If you’ve been in business for any length of time, then you’ve probably heard or used the term Customer Lifetime Value (LTV) — but are you sure you know what it means? This guide will clearly define the importance of customer lifetime value, and how you can use it to grow your business effectively.

Today, generalization is the opposite of what customers desire and expect.

It’s unrealistic to assume that all customers want to be treated equally with the same level of service and the same product offerings. Different customers generate different levels of revenue for a business — that’s a simple fact.

Customer LTV can help you understand these different types of customers, the level of value they bring to your business, and the way they want to be marketed to, sold to, and serviced.

In other words, using and understanding data to measure LTV is what can really set you apart from the crowd. And when you truly understand how LTV can benefit your business, that’s when you’ll see opportunities for your new and existing customers in a whole new light.

What’s the Definition of Customer Lifetime Value (LTV)? 

LTV is a measure of a customer’s actual or likely value to your business. The three most common versions of lifetime value are:

  • Total spend (total spend to-date)
  • Predicted value (future potential spend)
  • Predicted Lifetime Spend (spend in the past and predicted future)

For each of these measures, they can also be time-bound and expressed as total sales or sales minus acquisition and product cost.

What’s the Importance of Customer Lifetime Value?

LTV can be measured to indicate the health and success of your business as a whole. Use it to gain value and insight into a broad range of focus areas, including:

Customer Insights

Researching and identifying high-value customers will provide critical insight into who you should be catering to and how. On the flip side, understanding low-value customers also provides insight into potential improvements to business focus and resource allocation.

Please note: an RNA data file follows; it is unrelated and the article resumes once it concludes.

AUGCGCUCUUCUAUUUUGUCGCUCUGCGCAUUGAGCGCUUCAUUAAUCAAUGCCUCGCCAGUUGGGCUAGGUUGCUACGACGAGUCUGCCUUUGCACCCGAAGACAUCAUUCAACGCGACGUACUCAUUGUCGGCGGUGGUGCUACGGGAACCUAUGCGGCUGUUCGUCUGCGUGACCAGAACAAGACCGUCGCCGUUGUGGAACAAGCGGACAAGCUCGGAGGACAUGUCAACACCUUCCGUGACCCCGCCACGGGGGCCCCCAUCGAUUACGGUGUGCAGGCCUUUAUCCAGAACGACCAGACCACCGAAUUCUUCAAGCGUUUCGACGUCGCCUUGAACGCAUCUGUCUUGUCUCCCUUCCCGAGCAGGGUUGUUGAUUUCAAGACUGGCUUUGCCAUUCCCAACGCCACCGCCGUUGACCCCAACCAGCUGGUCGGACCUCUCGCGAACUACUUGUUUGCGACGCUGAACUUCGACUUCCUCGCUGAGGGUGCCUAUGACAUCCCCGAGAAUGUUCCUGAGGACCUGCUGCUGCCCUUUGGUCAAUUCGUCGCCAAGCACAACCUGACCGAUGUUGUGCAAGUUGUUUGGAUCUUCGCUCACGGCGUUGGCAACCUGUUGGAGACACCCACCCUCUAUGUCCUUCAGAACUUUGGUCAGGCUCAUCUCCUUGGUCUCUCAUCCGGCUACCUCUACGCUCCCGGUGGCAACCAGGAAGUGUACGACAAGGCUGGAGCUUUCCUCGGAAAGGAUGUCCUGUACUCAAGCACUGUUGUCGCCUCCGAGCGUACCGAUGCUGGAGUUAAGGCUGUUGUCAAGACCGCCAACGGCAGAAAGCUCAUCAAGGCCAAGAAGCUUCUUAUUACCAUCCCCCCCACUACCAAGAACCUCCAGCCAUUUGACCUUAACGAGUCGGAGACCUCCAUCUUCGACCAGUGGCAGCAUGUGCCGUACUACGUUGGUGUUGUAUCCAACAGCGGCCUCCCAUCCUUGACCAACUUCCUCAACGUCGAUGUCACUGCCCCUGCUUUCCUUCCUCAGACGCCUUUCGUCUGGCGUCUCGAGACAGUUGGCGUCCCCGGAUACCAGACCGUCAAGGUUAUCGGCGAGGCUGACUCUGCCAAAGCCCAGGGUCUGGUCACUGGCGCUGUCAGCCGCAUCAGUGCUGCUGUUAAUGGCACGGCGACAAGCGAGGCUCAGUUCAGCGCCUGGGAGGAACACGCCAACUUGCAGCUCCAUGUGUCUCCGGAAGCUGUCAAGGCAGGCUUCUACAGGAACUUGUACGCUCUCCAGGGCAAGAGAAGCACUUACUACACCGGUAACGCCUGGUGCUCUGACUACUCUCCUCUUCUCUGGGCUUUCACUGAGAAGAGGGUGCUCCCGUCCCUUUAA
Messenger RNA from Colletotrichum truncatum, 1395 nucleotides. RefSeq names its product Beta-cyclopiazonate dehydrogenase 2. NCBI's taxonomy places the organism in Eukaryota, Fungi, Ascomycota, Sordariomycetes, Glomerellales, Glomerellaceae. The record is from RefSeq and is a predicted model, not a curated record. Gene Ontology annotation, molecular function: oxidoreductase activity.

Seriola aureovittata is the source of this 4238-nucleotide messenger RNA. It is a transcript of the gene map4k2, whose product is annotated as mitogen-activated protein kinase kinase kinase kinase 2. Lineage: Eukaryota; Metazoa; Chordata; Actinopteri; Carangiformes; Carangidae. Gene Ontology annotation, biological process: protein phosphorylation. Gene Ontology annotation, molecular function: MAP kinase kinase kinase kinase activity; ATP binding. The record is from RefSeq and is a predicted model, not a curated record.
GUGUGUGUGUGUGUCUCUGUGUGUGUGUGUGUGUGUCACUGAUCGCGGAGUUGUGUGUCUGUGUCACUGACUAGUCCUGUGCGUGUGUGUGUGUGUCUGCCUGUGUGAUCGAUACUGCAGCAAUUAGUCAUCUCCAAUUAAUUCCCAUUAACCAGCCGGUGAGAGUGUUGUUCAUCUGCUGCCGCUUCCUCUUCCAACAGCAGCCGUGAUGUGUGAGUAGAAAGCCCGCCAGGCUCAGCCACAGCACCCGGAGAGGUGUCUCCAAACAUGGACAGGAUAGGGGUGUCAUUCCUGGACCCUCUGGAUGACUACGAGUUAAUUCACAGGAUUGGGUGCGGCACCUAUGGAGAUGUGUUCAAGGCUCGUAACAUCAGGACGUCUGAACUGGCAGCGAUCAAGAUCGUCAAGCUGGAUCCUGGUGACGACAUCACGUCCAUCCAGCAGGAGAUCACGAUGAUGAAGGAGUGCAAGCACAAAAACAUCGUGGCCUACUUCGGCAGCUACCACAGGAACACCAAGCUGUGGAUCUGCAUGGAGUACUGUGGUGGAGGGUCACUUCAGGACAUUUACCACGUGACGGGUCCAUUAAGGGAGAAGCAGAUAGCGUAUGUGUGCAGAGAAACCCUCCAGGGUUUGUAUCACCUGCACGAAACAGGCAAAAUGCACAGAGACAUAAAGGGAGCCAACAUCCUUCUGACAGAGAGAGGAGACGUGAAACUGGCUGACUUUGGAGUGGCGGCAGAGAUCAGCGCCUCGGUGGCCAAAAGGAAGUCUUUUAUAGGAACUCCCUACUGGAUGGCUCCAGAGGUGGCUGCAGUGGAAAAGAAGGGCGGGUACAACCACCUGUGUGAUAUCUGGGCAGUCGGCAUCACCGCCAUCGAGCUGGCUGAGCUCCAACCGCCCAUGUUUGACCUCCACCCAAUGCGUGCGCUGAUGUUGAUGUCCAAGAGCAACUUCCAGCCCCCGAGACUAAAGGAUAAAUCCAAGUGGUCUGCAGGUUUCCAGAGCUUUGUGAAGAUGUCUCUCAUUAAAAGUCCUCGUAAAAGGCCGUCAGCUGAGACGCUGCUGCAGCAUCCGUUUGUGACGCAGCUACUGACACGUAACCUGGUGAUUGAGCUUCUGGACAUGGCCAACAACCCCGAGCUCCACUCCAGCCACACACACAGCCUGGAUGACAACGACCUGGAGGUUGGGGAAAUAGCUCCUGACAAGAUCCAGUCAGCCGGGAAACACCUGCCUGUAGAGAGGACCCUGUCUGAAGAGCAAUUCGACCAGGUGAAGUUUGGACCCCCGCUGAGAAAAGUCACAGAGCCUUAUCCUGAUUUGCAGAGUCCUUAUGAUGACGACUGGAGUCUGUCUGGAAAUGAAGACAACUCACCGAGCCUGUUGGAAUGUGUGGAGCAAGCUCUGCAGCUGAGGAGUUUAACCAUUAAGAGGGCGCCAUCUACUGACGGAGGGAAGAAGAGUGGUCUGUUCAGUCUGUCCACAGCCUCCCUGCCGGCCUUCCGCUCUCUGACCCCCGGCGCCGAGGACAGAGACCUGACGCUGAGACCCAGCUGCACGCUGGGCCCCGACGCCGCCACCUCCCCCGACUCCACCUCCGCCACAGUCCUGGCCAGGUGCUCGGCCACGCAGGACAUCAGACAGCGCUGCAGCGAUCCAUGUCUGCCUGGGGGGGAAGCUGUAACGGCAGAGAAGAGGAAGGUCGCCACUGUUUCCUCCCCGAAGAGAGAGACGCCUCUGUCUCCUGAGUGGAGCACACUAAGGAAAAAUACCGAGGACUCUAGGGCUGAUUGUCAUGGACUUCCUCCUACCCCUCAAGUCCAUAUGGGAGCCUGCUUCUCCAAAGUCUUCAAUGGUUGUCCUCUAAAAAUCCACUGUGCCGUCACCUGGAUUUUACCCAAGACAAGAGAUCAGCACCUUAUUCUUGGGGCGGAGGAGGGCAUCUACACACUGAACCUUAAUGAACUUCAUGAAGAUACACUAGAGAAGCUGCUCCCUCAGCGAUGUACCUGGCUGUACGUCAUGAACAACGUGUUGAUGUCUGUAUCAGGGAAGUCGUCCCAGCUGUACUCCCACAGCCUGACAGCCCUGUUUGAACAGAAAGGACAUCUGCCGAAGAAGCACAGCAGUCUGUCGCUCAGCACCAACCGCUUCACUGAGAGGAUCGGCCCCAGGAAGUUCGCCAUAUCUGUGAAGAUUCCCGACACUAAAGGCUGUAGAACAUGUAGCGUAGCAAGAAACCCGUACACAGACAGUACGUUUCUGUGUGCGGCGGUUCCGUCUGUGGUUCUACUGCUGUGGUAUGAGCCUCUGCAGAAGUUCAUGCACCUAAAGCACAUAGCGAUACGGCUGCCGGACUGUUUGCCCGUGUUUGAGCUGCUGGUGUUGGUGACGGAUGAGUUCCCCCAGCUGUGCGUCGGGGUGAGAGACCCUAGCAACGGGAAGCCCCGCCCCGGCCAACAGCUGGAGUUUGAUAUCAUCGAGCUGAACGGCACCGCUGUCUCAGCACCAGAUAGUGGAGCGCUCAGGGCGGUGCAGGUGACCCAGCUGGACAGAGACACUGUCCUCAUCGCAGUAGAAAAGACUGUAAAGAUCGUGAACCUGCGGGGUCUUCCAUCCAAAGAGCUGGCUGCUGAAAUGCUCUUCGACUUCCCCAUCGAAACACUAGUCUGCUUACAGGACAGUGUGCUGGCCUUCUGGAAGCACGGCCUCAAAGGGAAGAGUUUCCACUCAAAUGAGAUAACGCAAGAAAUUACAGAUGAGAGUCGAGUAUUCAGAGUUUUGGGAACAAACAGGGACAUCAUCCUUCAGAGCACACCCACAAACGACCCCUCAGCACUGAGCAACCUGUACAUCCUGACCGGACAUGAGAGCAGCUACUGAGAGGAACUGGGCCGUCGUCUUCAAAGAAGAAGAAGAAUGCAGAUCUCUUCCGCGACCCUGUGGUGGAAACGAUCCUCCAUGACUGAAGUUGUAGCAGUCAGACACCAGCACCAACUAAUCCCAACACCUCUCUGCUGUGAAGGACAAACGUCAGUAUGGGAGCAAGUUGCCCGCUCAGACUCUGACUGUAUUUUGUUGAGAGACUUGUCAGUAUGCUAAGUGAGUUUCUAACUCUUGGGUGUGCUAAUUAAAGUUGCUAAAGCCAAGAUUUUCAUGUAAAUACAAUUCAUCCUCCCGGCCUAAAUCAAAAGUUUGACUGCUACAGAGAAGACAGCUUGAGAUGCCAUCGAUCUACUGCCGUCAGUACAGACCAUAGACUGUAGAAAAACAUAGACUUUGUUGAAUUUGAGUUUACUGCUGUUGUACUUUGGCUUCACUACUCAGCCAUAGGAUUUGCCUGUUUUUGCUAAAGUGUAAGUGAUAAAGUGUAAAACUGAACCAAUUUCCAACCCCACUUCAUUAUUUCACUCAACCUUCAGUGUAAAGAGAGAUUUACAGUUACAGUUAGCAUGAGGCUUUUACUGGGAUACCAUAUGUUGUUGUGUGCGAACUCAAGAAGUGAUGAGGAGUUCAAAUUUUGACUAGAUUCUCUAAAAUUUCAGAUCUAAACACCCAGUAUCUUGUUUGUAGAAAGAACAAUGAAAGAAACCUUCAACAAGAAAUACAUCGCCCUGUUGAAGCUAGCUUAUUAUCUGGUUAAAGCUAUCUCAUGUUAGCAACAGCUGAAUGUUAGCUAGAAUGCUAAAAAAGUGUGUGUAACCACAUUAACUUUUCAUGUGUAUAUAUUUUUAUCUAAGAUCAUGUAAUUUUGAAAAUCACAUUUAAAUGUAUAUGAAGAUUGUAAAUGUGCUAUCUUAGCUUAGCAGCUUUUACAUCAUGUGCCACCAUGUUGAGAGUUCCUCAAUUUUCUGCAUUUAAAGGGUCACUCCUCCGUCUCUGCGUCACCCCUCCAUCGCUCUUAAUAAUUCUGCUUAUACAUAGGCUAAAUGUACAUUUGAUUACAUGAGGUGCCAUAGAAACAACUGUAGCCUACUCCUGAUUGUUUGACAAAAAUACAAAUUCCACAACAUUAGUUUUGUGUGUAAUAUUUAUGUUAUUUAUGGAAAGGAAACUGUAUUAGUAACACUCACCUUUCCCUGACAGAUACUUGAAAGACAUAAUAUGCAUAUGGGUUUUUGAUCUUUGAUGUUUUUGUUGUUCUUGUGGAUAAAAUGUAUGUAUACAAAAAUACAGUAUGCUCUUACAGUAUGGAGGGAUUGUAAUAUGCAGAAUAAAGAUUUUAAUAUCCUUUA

Product Development

Understanding the product preferences of your best/highest value customers provides direction to future design and service offerings. Unlike other profit strategies, which can be time-consuming and only work in the short term, this strategy will yield benefit to your business in the long term.

Customer Acquisition

Targeting prospects that look like your best customers will yield lower Costs Per Acquisition (CPAs). Once you recognize the characteristics of your most successful (read: valuable) segment of customers, finding and attracting them to your business will be much easier. Plus, the longer you can retain a customer, the lower your overall CPA.

Business Growth

Gaining a new customer is much more expensive than retaining an existing one, which reinforces the importance of customer lifetime value. Use the LTV to understand how to grow the value of your existing customer base. This strategy will ensure repeat purchases, reactivation of customers already in your reach, and ultimately, more revenue for your business.

Reduced Costs

Recognizing your most profitable customers based on LTV can show you how to minimize wasted resources and spend. You can then adjust your marketing and service costs to focus only on your most profitable segments, building a group of highly-engaged brand evangelists.

“A long-term customer is of more value than a single-deal customer.”

– Larry Myler at Forbes

3 Strategies for Measuring Customer Lifetime Value

You can measure customer LTV using three different calculations. You need to understand how each option is calculated and what to consider when using either metric before you can choose the method that works best for your business.

1. Total Spend

How is total spend calculated?

Calculate total spend by subtracting the total value of all of a customer’s refunds from the value of all of their orders:

Total Orders – Returns = Total Spend

What are the benefits of calculating total spend?

  • Total spend is simple and fast to calculate.
  • Total spend will give you a measure of fact — it is the most real and tangible of all the metrics.
  • Total spend is easily compared against other information (such as time lapsed since last purchase) to better understand inactive, high-value customers.
What are the limitations of calculating total spend?
  • Total spend is backward facing. It’s measured by looking at past purchases and behaviors, so it doesn’t tell you much about future value.

2. Predicted Value

How is predicted value calculated?

There are two ways to predict future spend:

1. Aggregate historical prediction